There has always been a love/hate relationship between Europe and France’s agriculture sector. Now the nation’s president Nicholas Sarkozy stands up for his farmers.
France will extend its international actions to defend its agricultural sector in 2011, particularly on the G-20 front to fight price volatility, but also at the World Trade Organization and European Union levels to defend French exports, French president Nicolas Sarkozy said.
“French farmers have not done away with a thousand years of feudal rights to submit to commercial diktats,” Sarkozy said during a new year address to farmers at Truchtersheim, a village in the north east of the country.
Volatility is killing
The volatility of agricultural commodity prices is devastating for farmers, Sarkozy said, pointing out the impact of soaring cattle feed prices on farmers.
Sarkozy said the French G-20 presidency will concentrate on fighting price volatility and that he would promote the regulation of commodity markets. “The number of transactions on derivative markets has more than doubled since August. This is a worrying sign.”
Corn stocks have never been so low since 1974 and a global shortage is looming which in turn sparks speculation. “It is mandatory to improve transparency on agricultural commodities’ stocks,” he said.
Manage food crisis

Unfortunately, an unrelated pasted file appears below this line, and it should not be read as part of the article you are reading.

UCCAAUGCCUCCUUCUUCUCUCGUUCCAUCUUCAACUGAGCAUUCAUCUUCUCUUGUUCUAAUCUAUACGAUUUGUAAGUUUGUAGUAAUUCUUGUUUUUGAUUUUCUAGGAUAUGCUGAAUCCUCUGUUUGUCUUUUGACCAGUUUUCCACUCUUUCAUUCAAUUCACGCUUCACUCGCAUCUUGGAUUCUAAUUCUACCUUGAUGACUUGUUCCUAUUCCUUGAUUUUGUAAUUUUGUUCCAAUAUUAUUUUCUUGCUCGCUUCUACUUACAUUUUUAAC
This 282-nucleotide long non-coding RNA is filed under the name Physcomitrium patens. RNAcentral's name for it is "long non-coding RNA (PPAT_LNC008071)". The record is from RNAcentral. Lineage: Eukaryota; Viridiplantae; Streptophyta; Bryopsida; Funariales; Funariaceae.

Sarkozy also said that coordination of agricultural policies must be improved to prevent and manage food crisis, and to avoid unilateral suspensions of exports without prior consultation, especially with developing countries.
Sarkozy said French agricultural exports are crucial for the French economy and that he would refuse to sacrifice French agriculture in Common Agricultural Policy, WTO or Mercosur negotiations.
“The European union must defend a European preference, based on its sanitary and environmental norms,” Sarkozy said, referring to the defense of European products versus foreign imports, one of his favorite themes.
Sarkozy would defend a strong budget for the European multi-billion Common agricultural policy after 2013, at least equal to the present one. Market intervention and price support tools should be maintained by the European Union, he said.